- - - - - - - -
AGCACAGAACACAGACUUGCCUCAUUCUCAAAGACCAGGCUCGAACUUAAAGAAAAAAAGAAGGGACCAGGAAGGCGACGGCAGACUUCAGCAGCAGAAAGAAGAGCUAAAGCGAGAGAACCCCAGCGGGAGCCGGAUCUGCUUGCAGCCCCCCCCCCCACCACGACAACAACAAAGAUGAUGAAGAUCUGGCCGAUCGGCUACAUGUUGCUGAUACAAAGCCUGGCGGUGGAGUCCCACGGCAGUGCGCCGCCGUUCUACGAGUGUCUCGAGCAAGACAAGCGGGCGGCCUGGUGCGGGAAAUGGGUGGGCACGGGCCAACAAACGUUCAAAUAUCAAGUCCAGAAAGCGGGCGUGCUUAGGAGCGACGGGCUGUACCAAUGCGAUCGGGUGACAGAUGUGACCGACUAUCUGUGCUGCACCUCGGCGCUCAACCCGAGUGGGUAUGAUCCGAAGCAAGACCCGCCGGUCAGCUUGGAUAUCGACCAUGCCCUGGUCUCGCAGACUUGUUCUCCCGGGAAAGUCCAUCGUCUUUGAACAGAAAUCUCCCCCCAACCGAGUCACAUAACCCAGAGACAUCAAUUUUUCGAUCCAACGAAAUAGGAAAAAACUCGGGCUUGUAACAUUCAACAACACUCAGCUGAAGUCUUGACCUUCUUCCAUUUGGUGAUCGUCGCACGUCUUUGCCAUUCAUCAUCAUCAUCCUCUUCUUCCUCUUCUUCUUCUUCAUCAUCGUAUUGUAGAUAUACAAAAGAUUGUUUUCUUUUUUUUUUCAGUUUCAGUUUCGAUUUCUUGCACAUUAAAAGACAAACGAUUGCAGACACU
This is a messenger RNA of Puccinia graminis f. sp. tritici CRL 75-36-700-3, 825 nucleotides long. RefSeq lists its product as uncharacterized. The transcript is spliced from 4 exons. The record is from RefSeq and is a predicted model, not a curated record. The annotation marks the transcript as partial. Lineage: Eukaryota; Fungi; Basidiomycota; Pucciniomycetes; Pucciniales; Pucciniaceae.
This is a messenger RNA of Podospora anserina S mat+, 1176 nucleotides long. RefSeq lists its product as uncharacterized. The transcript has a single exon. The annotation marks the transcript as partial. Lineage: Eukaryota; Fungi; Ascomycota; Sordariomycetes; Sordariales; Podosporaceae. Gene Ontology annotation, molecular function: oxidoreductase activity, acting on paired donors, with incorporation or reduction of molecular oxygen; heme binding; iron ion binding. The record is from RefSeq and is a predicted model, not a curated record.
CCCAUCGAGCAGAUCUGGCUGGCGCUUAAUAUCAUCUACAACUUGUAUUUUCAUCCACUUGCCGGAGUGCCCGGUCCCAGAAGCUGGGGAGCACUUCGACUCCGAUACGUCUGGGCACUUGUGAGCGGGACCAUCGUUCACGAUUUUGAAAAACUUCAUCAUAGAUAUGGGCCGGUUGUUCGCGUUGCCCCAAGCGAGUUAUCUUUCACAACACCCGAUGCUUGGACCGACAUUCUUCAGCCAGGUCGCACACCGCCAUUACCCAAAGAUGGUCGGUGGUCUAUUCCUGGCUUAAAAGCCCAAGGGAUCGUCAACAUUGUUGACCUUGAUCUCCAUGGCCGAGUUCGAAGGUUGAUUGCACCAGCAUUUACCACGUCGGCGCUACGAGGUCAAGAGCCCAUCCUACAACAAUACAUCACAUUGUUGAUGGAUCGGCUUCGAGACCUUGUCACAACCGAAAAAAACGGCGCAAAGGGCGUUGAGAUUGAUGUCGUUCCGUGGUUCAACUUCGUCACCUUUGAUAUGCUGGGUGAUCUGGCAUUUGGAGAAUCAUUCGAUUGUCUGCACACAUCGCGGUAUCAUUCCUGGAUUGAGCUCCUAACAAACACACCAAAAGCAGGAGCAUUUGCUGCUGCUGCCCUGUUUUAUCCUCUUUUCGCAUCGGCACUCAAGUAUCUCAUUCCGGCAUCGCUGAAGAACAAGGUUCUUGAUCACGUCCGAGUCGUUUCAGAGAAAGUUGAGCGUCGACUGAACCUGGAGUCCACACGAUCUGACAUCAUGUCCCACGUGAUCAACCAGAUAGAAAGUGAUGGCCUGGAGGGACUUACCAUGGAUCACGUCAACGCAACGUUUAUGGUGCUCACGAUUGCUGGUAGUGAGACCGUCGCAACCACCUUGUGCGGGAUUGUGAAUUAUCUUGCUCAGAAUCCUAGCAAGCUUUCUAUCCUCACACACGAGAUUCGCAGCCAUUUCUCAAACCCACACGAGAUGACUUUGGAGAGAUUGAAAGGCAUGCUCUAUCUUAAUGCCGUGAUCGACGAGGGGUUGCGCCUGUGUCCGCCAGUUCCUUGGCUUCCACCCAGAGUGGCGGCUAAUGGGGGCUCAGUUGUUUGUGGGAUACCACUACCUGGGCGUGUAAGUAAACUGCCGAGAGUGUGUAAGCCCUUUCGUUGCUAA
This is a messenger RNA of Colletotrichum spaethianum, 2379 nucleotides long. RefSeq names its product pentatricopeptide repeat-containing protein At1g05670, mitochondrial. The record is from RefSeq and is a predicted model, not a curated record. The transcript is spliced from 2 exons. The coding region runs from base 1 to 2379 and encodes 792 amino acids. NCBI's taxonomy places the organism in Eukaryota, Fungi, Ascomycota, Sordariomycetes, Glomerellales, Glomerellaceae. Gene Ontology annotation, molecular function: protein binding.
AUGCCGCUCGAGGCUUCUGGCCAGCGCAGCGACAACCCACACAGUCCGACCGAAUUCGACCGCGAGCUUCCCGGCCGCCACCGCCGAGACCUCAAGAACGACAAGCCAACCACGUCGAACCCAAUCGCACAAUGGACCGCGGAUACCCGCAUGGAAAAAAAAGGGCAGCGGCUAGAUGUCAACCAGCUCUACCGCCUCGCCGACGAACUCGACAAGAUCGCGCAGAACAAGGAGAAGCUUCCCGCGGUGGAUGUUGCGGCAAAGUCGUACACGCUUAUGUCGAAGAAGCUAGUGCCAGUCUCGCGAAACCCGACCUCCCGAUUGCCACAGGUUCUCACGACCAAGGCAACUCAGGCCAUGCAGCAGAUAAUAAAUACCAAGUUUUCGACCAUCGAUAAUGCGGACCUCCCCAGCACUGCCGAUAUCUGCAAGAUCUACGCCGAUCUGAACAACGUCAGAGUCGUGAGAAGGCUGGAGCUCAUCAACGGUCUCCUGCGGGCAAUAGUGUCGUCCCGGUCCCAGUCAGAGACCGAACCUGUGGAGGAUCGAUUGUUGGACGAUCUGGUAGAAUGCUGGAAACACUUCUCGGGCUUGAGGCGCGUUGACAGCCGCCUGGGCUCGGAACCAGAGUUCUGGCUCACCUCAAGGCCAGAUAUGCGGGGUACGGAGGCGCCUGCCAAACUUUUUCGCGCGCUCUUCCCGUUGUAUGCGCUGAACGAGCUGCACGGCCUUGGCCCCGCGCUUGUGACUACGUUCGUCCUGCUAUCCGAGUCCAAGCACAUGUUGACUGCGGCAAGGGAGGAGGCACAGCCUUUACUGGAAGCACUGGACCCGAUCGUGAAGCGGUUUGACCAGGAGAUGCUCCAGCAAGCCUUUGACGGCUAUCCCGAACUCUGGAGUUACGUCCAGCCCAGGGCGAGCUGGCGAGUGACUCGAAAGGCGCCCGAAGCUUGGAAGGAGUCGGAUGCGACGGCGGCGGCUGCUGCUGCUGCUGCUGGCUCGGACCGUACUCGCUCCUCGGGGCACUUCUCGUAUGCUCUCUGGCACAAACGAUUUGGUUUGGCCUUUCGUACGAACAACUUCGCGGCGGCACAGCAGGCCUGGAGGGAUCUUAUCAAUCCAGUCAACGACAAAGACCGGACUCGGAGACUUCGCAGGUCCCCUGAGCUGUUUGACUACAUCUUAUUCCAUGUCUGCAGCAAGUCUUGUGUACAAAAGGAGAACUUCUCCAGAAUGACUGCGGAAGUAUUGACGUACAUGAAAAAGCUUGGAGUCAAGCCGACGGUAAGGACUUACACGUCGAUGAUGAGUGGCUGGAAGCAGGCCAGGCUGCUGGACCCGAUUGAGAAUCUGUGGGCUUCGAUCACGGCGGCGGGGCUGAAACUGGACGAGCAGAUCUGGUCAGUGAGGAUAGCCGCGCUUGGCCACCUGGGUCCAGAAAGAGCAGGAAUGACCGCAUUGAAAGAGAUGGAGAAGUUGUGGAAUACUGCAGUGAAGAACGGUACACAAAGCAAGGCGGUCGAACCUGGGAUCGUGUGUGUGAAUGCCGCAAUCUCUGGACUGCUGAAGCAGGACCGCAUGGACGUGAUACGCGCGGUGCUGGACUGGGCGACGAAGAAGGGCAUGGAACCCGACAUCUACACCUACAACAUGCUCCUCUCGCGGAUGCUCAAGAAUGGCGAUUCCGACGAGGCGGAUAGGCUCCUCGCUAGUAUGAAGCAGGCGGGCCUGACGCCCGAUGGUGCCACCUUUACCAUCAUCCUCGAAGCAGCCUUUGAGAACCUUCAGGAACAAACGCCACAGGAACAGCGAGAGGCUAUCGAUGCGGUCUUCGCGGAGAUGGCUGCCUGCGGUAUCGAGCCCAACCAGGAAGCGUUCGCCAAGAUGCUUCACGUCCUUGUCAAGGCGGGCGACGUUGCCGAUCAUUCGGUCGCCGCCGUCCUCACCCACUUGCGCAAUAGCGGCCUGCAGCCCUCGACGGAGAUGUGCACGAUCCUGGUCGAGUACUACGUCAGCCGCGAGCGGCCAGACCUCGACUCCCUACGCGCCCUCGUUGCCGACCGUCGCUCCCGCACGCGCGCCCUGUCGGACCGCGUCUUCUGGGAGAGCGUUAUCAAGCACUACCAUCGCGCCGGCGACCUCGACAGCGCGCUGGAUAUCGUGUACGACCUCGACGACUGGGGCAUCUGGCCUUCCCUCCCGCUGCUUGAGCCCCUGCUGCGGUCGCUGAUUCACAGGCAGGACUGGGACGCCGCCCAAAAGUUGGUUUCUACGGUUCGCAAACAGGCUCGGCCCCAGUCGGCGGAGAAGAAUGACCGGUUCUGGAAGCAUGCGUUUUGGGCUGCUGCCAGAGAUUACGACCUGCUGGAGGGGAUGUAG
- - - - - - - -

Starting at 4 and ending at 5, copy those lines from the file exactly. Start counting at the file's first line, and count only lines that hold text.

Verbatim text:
CCCAUCGAGCAGAUCUGGCUGGCGCUUAAUAUCAUCUACAACUUGUAUUUUCAUCCACUUGCCGGAGUGCCCGGUCCCAGAAGCUGGGGAGCACUUCGACUCCGAUACGUCUGGGCACUUGUGAGCGGGACCAUCGUUCACGAUUUUGAAAAACUUCAUCAUAGAUAUGGGCCGGUUGUUCGCGUUGCCCCAAGCGAGUUAUCUUUCACAACACCCGAUGCUUGGACCGACAUUCUUCAGCCAGGUCGCACACCGCCAUUACCCAAAGAUGGUCGGUGGUCUAUUCCUGGCUUAAAAGCCCAAGGGAUCGUCAACAUUGUUGACCUUGAUCUCCAUGGCCGAGUUCGAAGGUUGAUUGCACCAGCAUUUACCACGUCGGCGCUACGAGGUCAAGAGCCCAUCCUACAACAAUACAUCACAUUGUUGAUGGAUCGGCUUCGAGACCUUGUCACAACCGAAAAAAACGGCGCAAAGGGCGUUGAGAUUGAUGUCGUUCCGUGGUUCAACUUCGUCACCUUUGAUAUGCUGGGUGAUCUGGCAUUUGGAGAAUCAUUCGAUUGUCUGCACACAUCGCGGUAUCAUUCCUGGAUUGAGCUCCUAACAAACACACCAAAAGCAGGAGCAUUUGCUGCUGCUGCCCUGUUUUAUCCUCUUUUCGCAUCGGCACUCAAGUAUCUCAUUCCGGCAUCGCUGAAGAACAAGGUUCUUGAUCACGUCCGAGUCGUUUCAGAGAAAGUUGAGCGUCGACUGAACCUGGAGUCCACACGAUCUGACAUCAUGUCCCACGUGAUCAACCAGAUAGAAAGUGAUGGCCUGGAGGGACUUACCAUGGAUCACGUCAACGCAACGUUUAUGGUGCUCACGAUUGCUGGUAGUGAGACCGUCGCAACCACCUUGUGCGGGAUUGUGAAUUAUCUUGCUCAGAAUCCUAGCAAGCUUUCUAUCCUCACACACGAGAUUCGCAGCCAUUUCUCAAACCCACACGAGAUGACUUUGGAGAGAUUGAAAGGCAUGCUCUAUCUUAAUGCCGUGAUCGACGAGGGGUUGCGCCUGUGUCCGCCAGUUCCUUGGCUUCCACCCAGAGUGGCGGCUAAUGGGGGCUCAGUUGUUUGUGGGAUACCACUACCUGGGCGUGUAAGUAAACUGCCGAGAGUGUGUAAGCCCUUUCGUUGCUAA
This is a messenger RNA of Colletotrichum spaethianum, 2379 nucleotides long. RefSeq names its product pentatricopeptide repeat-containing protein At1g05670, mitochondrial. The record is from RefSeq and is a predicted model, not a curated record. The transcript is spliced from 2 exons. The coding region runs from base 1 to 2379 and encodes 792 amino acids. NCBI's taxonomy places the organism in Eukaryota, Fungi, Ascomycota, Sordariomycetes, Glomerellales, Glomerellaceae. Gene Ontology annotation, molecular function: protein binding.